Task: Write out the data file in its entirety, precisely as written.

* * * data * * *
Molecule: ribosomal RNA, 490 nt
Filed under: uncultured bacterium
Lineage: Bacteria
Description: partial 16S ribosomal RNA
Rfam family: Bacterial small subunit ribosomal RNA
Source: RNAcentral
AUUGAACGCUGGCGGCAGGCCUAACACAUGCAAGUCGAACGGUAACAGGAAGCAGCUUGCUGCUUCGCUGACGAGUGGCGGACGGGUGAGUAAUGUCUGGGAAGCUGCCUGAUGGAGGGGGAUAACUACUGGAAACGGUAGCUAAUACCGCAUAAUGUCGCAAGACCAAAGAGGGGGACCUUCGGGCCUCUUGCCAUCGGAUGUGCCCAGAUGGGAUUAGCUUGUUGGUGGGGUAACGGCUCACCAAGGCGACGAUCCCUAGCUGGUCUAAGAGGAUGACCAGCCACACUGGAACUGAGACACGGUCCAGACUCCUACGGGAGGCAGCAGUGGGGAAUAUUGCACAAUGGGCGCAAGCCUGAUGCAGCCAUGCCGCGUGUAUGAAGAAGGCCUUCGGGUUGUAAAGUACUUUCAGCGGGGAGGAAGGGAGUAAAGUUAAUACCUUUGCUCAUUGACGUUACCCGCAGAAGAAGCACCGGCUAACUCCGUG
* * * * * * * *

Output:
Molecule: ribosomal RNA, 490 nt
Filed under: uncultured bacterium
Lineage: Bacteria
Description: partial 16S ribosomal RNA
Rfam family: Bacterial small subunit ribosomal RNA
Source: RNAcentral
AUUGAACGCUGGCGGCAGGCCUAACACAUGCAAGUCGAACGGUAACAGGAAGCAGCUUGCUGCUUCGCUGACGAGUGGCGGACGGGUGAGUAAUGUCUGGGAAGCUGCCUGAUGGAGGGGGAUAACUACUGGAAACGGUAGCUAAUACCGCAUAAUGUCGCAAGACCAAAGAGGGGGACCUUCGGGCCUCUUGCCAUCGGAUGUGCCCAGAUGGGAUUAGCUUGUUGGUGGGGUAACGGCUCACCAAGGCGACGAUCCCUAGCUGGUCUAAGAGGAUGACCAGCCACACUGGAACUGAGACACGGUCCAGACUCCUACGGGAGGCAGCAGUGGGGAAUAUUGCACAAUGGGCGCAAGCCUGAUGCAGCCAUGCCGCGUGUAUGAAGAAGGCCUUCGGGUUGUAAAGUACUUUCAGCGGGGAGGAAGGGAGUAAAGUUAAUACCUUUGCUCAUUGACGUUACCCGCAGAAGAAGCACCGGCUAACUCCGUG